Traditional vocational and academic education does not provide the best preparation for the emerging knowledge-based economy. This report, prepared for the U.S. Congress by NCRVE director David Stern, describes how many industrialized countries are restructuring education to prepare students better for both higher education and careers. Recent efforts converge on four principles: (1) integration of vocational and academic education, (2) standards that relate occupational and educational performance, (3) work-based learning for all students, (4) shared governance between educators and employers. Stern analyzes reforms based on these principles in Germany, Japan, Australia, Denmark, and other countries. The reforms taking shape in some American schools and communities--combining academic and vocational curriculum with work-based learning and high standards for all students--appear likely to provide the best preparation for young people entering an economy where learning and work are increasingly intertwined. The fact that most industrialized countries are undertaking similar changes suggests the reasons for the changes are strong and pervasive. This paper's international perspective on school-to-work will interest policymakers and practitioners alike.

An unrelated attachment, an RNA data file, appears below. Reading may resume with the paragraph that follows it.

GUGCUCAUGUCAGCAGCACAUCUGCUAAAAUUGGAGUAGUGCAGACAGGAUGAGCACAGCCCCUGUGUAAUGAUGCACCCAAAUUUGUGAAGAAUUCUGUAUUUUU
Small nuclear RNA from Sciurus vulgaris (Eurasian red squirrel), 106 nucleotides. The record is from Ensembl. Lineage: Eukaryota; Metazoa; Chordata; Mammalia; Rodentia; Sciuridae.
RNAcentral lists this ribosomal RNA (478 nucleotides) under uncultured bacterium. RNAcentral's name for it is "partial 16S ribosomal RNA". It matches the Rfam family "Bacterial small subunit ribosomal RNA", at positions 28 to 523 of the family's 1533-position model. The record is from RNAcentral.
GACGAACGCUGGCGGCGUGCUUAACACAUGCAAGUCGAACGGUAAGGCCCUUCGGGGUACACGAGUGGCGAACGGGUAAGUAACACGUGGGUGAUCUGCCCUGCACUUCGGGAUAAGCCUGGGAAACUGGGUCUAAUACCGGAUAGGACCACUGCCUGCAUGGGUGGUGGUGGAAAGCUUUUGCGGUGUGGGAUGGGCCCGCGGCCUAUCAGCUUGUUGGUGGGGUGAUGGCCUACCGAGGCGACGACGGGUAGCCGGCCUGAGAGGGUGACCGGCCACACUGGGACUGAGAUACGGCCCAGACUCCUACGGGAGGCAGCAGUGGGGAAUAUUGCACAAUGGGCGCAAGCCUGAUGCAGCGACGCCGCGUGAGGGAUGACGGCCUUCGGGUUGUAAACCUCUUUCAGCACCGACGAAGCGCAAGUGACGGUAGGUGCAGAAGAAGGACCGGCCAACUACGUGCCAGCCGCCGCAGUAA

MDS-950 / December 1996
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